These days, scores of reality TV shows focus on difficult and sometimes dangerous occupations. There's Ice Road Truckers, Deadliest Catch, Ax Men, Gold Rush and Oil Rush, just to name a few. What's the appeal? Are we happy to relate to people with even crappier jobs? Or are we jealous of their raw, focused and frontier-like lifestyles?
All of this begs the question: Could any shows of similar ilk be set in Park Slope?
I say Fuck Yeah. Almost any job can become dangerous under the right circumstances. So without further adieu, I present to you five theoretically dangerous jobs in Park Slope, and the equally theoretical folks who might be brave enough to work them:
1. Food Coop Cart Escorts
Frederick moved to Park Slope from Denmark 3 years ago. A part time student and fashion model, he joined the Food Coop and was immediately put on walker duty. You’ve probably seen them on the sidewalks, wearing bright yellow/orange safety mesh vests and pushing carts.
“At first I was happy with my work assignment as I got to be outdoors, says Frederick. "Plus I get a little exercise. Very quickly I learned that most of the time it’s pure hell. Have you ever tried to navigate the sidewalks of park slope with a giant trolley full of exotic produce while getting yelled at for possibly bruising melons or crushing free range eggs? Even the most peacenik granolas can get violent about their food.”
Frederick points out many of the other hazards one encounters on every trip: strollers, yippy dogs, joggers, crazed children on scooters, bicyclists, livery drivers, ambulances, cat adoption pop-ups and sugar fueled Catholic schoolgirls.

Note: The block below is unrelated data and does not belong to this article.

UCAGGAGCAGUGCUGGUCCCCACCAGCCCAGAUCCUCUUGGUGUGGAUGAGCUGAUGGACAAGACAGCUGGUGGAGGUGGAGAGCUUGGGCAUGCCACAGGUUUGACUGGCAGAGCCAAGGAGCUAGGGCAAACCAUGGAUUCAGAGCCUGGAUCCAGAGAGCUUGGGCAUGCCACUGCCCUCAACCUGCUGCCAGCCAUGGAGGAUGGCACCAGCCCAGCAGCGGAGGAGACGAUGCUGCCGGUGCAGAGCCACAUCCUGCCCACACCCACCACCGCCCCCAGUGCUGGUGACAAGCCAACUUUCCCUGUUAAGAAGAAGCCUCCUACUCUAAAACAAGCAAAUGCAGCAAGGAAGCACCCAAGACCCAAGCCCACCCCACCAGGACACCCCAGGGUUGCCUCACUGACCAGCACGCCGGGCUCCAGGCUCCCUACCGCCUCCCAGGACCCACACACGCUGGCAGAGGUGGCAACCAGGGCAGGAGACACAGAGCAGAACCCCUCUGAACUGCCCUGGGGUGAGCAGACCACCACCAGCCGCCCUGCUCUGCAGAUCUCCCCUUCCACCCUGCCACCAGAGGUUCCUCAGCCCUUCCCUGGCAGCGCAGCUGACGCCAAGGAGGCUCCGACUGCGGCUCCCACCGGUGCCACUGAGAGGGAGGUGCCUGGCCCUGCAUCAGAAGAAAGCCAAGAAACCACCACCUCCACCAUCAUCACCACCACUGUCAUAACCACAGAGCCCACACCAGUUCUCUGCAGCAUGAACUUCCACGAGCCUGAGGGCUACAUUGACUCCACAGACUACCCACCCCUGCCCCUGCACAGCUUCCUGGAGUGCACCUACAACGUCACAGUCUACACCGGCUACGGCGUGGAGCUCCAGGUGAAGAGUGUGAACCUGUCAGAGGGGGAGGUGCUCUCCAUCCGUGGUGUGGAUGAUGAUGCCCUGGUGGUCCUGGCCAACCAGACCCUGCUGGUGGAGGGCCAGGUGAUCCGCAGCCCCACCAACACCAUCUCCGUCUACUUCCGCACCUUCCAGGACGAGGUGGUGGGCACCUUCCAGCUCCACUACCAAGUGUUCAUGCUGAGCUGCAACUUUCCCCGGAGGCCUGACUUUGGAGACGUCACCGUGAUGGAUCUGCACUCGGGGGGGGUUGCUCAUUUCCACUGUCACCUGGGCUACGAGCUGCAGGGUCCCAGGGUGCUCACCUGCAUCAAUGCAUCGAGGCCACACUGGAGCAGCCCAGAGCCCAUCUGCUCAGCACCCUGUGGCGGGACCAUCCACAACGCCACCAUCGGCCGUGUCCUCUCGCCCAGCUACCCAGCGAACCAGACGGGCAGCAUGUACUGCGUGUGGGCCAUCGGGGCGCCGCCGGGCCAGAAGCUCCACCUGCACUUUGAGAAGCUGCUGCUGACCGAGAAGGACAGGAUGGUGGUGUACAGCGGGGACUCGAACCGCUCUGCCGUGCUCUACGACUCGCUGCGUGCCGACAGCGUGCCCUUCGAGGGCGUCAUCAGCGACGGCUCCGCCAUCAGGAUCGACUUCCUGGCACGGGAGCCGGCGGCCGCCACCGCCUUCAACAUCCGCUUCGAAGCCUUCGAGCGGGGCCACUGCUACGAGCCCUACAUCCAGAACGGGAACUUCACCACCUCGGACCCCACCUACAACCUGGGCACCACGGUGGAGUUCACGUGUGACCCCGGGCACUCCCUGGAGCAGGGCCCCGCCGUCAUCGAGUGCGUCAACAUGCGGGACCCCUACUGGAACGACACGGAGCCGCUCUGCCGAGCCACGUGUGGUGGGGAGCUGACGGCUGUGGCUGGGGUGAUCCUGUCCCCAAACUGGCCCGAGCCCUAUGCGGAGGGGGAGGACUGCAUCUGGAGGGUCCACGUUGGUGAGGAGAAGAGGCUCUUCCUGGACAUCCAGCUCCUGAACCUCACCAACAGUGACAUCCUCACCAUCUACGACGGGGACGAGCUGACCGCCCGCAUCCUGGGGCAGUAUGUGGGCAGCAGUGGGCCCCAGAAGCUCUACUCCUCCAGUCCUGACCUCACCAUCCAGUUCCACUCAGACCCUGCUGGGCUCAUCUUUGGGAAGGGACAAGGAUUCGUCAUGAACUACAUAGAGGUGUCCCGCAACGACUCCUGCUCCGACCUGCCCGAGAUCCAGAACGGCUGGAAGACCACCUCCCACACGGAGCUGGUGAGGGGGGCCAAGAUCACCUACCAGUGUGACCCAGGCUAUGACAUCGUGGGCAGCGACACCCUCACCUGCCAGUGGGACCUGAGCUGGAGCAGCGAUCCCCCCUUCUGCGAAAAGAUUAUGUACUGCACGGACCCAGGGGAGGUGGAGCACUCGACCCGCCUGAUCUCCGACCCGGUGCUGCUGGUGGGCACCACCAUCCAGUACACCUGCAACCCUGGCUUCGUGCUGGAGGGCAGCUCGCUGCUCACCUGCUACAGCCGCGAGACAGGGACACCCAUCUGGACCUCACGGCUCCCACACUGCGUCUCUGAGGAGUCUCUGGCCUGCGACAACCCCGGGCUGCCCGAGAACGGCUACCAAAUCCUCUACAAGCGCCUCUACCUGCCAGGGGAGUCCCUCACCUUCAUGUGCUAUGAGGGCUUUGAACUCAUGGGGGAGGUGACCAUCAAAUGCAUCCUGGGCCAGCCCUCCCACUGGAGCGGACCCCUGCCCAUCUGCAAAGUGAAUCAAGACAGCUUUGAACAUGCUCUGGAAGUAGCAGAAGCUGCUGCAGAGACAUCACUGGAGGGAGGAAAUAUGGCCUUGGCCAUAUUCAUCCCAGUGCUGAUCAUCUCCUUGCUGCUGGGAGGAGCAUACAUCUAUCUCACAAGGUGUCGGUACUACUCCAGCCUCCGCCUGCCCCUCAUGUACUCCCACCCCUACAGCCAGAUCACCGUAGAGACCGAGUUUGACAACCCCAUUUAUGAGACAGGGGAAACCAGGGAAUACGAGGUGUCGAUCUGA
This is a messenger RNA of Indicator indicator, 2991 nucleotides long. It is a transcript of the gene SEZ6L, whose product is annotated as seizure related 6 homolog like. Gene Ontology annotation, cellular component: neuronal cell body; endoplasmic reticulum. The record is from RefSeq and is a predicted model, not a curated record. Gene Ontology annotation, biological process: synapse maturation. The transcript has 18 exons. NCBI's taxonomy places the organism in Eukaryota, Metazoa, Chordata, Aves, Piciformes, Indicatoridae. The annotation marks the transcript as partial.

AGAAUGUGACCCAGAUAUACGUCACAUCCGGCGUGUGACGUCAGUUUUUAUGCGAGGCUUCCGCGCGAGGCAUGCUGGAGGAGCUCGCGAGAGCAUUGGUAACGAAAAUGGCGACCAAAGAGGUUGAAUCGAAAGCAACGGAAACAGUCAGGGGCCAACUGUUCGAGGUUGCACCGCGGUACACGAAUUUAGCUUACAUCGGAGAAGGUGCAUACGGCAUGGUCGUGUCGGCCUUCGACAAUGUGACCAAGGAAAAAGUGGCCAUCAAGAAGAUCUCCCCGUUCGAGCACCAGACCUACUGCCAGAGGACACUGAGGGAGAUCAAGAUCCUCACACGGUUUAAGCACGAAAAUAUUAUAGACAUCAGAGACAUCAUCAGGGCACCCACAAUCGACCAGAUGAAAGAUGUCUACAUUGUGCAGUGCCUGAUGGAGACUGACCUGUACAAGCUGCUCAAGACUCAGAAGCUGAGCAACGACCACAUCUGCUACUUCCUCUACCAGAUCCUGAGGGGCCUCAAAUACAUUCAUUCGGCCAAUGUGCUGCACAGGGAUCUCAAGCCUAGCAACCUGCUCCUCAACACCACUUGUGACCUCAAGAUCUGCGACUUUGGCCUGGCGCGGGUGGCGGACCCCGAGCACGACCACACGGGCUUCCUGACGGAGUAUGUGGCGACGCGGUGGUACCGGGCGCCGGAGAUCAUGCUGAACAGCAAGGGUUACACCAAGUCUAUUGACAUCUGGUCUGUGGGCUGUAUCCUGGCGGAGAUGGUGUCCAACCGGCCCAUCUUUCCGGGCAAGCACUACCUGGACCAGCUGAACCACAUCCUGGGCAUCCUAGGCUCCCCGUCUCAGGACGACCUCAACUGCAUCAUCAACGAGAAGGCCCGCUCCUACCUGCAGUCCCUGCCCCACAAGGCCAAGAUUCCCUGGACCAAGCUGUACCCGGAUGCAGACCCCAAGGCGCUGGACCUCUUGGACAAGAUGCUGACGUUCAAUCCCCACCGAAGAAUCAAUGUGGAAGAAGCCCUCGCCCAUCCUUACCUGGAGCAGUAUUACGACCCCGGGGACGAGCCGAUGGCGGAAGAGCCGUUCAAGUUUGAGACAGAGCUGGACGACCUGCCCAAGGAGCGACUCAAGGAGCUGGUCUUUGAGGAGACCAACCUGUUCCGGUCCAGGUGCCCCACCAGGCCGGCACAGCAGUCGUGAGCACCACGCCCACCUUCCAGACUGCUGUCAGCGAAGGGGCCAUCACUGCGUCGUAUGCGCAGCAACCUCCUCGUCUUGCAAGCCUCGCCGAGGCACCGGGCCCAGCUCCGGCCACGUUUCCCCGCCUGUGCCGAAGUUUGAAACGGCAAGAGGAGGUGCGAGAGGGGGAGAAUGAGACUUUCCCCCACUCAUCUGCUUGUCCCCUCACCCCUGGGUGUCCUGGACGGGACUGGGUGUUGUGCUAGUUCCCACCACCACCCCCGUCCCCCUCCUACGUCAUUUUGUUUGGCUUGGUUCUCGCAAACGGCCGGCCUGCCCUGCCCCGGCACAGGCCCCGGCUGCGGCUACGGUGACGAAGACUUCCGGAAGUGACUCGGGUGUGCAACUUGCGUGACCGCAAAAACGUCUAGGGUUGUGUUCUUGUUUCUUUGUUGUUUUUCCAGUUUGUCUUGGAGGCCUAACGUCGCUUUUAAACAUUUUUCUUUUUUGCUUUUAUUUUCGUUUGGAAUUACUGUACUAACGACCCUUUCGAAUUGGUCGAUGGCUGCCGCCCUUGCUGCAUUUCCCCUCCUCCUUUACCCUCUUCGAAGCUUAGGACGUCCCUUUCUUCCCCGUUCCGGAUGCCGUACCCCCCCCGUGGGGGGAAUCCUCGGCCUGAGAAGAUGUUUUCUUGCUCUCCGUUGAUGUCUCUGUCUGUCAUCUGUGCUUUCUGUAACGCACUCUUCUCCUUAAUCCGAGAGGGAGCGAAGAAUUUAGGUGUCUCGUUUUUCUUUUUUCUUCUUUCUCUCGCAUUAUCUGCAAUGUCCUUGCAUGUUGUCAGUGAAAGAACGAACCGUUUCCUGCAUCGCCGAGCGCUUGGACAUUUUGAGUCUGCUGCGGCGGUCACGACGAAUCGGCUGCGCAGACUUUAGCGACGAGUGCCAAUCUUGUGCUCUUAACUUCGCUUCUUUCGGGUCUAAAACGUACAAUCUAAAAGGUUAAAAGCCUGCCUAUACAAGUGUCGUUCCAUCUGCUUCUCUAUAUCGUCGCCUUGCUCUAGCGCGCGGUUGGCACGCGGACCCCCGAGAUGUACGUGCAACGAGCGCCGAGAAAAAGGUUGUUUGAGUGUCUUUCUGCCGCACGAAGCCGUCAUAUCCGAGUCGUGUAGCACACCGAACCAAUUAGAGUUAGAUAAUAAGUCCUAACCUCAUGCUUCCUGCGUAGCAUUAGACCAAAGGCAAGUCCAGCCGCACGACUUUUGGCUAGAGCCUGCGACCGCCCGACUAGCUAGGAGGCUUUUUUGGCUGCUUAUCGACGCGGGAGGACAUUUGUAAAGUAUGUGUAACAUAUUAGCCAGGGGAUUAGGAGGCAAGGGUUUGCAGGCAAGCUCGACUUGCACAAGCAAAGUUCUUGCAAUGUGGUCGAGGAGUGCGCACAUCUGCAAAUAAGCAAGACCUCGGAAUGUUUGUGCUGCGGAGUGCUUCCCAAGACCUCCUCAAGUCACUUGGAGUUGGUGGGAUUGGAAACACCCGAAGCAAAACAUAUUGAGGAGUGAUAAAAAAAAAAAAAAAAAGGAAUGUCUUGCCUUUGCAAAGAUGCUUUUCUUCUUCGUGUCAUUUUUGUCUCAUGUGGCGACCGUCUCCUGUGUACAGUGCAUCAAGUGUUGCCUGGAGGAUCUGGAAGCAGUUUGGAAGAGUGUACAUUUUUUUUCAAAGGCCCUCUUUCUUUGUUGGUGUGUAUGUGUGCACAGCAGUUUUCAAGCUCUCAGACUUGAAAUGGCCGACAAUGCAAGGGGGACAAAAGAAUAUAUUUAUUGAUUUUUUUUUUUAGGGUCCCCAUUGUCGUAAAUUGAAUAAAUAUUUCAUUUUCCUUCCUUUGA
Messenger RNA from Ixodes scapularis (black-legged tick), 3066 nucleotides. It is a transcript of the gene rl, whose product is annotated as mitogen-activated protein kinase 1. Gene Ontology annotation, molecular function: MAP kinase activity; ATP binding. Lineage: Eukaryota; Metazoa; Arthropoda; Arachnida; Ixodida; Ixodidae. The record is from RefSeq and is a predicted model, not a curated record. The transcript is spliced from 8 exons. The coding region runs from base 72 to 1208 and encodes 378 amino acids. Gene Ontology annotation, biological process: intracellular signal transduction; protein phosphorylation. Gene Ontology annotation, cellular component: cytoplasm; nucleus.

“The worst,” says Frederick, “are those green energy people. I tell them I’m a renter yet they hit me up 20 times a shift, begging me to change utilities. Now I know why Americans love their guns.” Those aren't the only people who threaten the safety of a Food Coop Walker. There are also lonely female Coop members to watch out for. There’s rumored to be groupies who belay shopping until Frederick and other 20-something male members -- nicknamed "The Soy Boy Toys -- are working their shifts. “Some people take the idea of escort literally,” complains Frederick. “We get to their building and I’m supposed to turn around and head back to the store, but then they tell me about their back problem and ask for help stocking their pantries. So I come in their pantries.”
2. 7th Avenue MTA Subway Attendant
It might not seem a dangerous job, encased in grenade-proof Plexiglas and protected by sound-muffling communications equipment. However, the attendant position at this specific station has the highest on-the-job mortality rate in greater NY for transportation workers. Why? According to studies, the cause of death in each case is boredom. Outside of disorientated blind people or drunks looking for a place to pee, absolutely nobody in Park Slope even knows there’s a human attendant at the 7th Ave. stop.
In fact, it was 5 days before the body of last attendee to die (Sharleen DeForce in May, 2012) was discovered. She was found face-first in an iPad, and had attempted to type the following message on Facebook: ‘Can’t get a fucking wifi signal…’
“Even WE forget there’s an attendee shack in that station,” admits MTA spokesperson Mike Hite. “It kind of sits there in the middle of the station, far from any street entrance. Come to think of it, that would be the perfect place to cook meth. Wait. This is off the record, right?”
3. Elocution Instructor
Samantha Swanson is a well-polished socialite and wife to a major publishing executive. Her life was seemingly peachy until Chandler, her 4 year-old son, uttered the phrase, “It’s a bootiful tittyaytion” during a family dinner at Organic Burger.
Like many children of the Slope, Chandler has a Caribbean nanny, with whom he spends 8-14 hours a day. Kids naturally mimic the accents they encounter, so it’s only natural that many Park Slope children pepper everyday conversation with phrases such as:
- Big man ting
- Inna di morrows
- Yu swag tun up
- Pass the dutchie
Enter Eliza Higgensbottom, elocution tutor to the Slope’s finest families. Born in London with an MSt in Languages from Oxford and 5 years at the United Nations, Eliza helps train children in pronunciation and speech skills.